During the past few weeks biologist Tony Musante has been trekking through southwestern New Hampshire in pursuit of the state’s elusive feral swine population.
He has been responding to calls from farmers who have identified the animals’ handiwork — rooting damage in hay fields, gardens and yards — and investigating sightings by hunters who have caught the animals on trail cameras. The calls and leads are the result of a new effort by New Hampshire Fish and Game and the U.S. Wildlife Services, which are asking people to report any sightings of what U.S. Wildlife Services calls the nation’s largest and most destructive non-native mammal species.
“We received some funding, and that trickles down into the state. It gives us the ability to increase efforts toward limiting the population — more manpower and equipment,” Musante said.
The hogs Musante is tracking, with hopes of eventually eliminating, aren’t the small, pink-skinned, domestic animals celebrated in movies like Charlotte’s Web or Babe. These massive mammals can reach 220 pounds and have different genetics than farm pigs. They are often dark-skinned, covered in bristly hair, and considered invasive, destructive and potentially dangerous.
“The most obvious problem is the damage they can cause,” said Musante, a wildlife disease biologist for USDA/APHIS-Wildlife Services. “They root and dig. They can root up whole fields looking for grubs and insects. They also browse native vegetation. … They carry as many as 30 diseases and 37 parasites, which could hurt people, pets, other wildlife.”
It’s unclear how many feral swine are roaming the state, but there are likely a couple hundred. The number doesn’t appear to be changing.
Their scientific name is Sus scrofa, but they go by razorback, wild boar or feral swine — and whatever you call them, state officials want them out.
“It’s an invasive species not native to the northeast of the country,” said Mark Ellingwood, wildlife division chief of New Hampshire Fish and Game. “The long and short of it is it has quite a negative impact because of aggressive feeding. And they reproduce rapidly, have high survival rates and can quickly raise their numbers to high levels in short order. .... No specific predators focus on them.”
They degrade the natural plant system and destroy as much as 1,000 acres per hour. They consume native species of animals too, including amphibians, nesting birds, wild turkey, grouse and young mammals like deer fawn, Ellingwood said.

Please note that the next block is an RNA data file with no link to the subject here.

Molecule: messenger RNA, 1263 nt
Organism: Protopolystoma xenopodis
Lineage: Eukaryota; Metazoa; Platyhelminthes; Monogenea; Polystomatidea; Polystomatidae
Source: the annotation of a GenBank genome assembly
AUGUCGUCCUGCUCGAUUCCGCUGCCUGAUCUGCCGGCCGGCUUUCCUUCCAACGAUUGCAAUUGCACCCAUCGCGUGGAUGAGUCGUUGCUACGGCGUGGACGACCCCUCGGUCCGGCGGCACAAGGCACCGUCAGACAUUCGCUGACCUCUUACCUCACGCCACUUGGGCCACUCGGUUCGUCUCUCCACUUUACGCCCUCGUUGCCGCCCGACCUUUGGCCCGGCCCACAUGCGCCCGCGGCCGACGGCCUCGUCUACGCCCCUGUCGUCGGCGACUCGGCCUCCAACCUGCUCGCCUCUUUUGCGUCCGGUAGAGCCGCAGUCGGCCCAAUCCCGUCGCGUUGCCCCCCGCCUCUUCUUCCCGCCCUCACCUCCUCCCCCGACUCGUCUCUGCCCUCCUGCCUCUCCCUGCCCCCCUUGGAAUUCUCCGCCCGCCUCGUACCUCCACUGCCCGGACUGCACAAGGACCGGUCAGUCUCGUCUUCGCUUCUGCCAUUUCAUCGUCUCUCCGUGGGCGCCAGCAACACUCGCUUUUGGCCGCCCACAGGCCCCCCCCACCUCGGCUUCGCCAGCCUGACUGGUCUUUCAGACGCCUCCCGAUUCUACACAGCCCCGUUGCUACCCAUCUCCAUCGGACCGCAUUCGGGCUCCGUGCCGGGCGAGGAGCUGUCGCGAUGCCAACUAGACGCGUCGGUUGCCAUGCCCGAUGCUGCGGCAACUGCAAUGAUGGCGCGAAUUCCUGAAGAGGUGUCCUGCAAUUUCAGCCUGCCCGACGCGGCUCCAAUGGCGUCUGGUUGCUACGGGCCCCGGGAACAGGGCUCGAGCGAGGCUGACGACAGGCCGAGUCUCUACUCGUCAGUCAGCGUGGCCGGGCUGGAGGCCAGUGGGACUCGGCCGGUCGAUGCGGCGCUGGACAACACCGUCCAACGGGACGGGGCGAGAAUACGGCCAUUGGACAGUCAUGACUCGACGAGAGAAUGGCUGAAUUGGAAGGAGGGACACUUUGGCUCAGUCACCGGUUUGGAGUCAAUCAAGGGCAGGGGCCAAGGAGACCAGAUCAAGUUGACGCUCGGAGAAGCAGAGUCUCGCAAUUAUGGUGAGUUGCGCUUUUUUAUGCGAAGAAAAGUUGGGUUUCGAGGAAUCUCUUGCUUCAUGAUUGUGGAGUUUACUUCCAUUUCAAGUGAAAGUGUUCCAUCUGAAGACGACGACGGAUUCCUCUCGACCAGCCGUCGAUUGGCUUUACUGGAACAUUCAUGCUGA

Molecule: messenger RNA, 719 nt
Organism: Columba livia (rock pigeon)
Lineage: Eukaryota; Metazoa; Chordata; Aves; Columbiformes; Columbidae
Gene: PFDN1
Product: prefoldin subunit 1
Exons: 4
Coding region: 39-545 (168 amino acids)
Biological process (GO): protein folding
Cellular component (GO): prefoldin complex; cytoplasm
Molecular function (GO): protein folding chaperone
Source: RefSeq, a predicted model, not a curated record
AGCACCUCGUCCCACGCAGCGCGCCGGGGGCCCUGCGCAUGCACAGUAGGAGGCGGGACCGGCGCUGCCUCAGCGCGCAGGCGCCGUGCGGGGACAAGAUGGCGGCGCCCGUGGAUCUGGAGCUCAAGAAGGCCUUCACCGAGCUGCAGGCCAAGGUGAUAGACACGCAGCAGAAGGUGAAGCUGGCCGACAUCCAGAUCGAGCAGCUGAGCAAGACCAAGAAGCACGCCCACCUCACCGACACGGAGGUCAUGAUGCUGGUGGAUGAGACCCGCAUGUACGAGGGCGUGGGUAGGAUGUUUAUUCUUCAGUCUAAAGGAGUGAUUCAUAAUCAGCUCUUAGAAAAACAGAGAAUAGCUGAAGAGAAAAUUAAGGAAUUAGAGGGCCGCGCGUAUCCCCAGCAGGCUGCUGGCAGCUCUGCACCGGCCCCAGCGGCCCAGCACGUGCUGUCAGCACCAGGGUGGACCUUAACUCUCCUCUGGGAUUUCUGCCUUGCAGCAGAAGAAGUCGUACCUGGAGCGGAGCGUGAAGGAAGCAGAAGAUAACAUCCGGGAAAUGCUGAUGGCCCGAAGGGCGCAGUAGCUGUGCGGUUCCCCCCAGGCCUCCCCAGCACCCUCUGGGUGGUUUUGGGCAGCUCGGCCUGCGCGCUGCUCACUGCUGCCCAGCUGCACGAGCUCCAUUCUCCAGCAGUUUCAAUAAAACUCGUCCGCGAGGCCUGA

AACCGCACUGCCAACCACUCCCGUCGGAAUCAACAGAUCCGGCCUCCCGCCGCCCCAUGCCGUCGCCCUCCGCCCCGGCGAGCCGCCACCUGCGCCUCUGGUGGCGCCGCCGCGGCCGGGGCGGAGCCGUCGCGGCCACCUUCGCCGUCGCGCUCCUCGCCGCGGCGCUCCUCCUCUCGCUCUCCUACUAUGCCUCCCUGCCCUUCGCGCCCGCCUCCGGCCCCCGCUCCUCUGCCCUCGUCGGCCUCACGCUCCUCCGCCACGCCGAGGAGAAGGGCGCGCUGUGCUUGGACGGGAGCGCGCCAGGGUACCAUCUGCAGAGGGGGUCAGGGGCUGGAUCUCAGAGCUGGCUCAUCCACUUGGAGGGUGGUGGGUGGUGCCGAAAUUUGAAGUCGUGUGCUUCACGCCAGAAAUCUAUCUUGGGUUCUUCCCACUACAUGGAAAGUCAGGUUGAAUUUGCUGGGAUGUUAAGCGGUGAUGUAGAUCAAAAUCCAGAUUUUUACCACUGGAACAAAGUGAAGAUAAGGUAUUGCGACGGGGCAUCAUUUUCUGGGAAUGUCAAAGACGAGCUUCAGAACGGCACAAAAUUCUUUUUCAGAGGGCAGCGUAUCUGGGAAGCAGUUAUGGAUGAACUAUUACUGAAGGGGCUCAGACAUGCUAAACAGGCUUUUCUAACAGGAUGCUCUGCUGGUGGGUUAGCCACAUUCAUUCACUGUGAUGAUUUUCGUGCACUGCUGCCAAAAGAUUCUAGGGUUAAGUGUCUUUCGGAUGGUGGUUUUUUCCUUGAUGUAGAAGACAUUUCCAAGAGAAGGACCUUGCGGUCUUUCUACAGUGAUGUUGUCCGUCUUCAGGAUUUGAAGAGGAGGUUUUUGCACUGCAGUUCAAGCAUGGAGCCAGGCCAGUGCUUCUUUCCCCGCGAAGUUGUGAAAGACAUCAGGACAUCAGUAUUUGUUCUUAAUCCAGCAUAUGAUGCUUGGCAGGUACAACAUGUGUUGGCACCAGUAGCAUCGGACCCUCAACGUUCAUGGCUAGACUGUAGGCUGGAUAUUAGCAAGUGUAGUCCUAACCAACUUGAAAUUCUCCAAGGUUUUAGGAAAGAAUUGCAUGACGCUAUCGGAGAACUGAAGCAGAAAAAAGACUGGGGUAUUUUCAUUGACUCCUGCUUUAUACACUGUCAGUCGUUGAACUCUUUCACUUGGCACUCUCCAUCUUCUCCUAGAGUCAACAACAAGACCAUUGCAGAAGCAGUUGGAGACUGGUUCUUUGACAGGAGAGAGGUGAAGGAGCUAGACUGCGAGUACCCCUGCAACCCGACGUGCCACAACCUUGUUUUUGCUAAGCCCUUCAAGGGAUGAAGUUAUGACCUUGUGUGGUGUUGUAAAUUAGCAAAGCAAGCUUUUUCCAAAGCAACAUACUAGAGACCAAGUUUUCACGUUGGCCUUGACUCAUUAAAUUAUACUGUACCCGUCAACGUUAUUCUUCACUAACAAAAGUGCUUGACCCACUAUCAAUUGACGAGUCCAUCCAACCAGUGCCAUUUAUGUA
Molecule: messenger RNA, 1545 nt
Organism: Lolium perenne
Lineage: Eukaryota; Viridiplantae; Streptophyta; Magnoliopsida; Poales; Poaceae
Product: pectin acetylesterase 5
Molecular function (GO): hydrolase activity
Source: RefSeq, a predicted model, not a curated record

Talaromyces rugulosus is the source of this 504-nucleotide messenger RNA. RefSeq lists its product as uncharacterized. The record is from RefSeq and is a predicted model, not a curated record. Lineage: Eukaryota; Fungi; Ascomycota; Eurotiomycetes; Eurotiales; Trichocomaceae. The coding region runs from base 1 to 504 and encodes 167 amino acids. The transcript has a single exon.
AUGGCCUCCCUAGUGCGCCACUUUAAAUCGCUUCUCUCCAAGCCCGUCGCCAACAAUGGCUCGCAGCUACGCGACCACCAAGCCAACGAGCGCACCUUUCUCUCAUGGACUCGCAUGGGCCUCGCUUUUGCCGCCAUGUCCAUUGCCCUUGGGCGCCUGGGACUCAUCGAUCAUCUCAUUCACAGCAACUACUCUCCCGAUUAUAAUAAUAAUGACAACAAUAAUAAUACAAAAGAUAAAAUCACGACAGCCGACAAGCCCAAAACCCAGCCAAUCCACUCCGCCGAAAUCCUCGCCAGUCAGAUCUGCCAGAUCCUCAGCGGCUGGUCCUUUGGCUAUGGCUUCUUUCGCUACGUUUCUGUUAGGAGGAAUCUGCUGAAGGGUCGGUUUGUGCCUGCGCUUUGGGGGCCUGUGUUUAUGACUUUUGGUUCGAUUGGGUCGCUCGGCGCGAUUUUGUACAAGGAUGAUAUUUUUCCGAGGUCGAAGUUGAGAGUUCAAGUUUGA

Another problem is the potential for disease. The hogs have been known to carry swine brucellosis, which can impact reproduction in domestic pigs and cause disease in humans, pseudorabies virus, a fatal livestock and animal disease, and swine fever, which hasn’t been found in the U.S. since the 1970s but could cause mass mortality, Mudante said. So far Mudante hasn’t seen these diseases in the state, but “we did have a positive pseudorabies test in New Hampshire,” he said.
The animal has been most prevalent in Sullivan, Cheshire and Grafton counties. It is the wild native of domestic pigs from northern and Central Europe likely carted to the southern region of the U.S. by 16th- and 17th-century explorers. Nationally, the species’ population is growing significantly, and it’s making rapid inroads from southern states to the north, said Ellingwood.
Most likely, the majority of the state’s population comes from The Blue Mountain Forest Reserve (also known as Corbin Park) historic facility located in southwest New Hampshire established in 1890 by Austin Corbin, who bought up dozens of New Hampshire farms in order to create one of the nation’s largest hunting preserves.
“It was established to preserve specific species, including Russian boar,” Ellingwood said. “They have been grandfathered into the state in ways that result in being able to hold those animals there. Of course, they are escape artists, if you will. Sometimes they get out.”
Since the 1940s, New Hampshire law has listed them as free-ranging private property, the same as escaped farm animals.
“Meaning you have owners’ permission to hunt them,” Mudante said. “But trying to decide who owns them is pretty difficult.”
Licensed hunters can shoot them, though Fish and Game doesn’t endorse it, and anyone is permitted to kill the hogs if they see them on their property to protect their land.
Officials in New Hampshire track and trap the animals; if they are not able to trace the boars to any domestic source, they “essentially euthanize animals if and when that opportunity exists,” Ellingwood said.
As seen in the June 5, 2014 issue of the Hippo.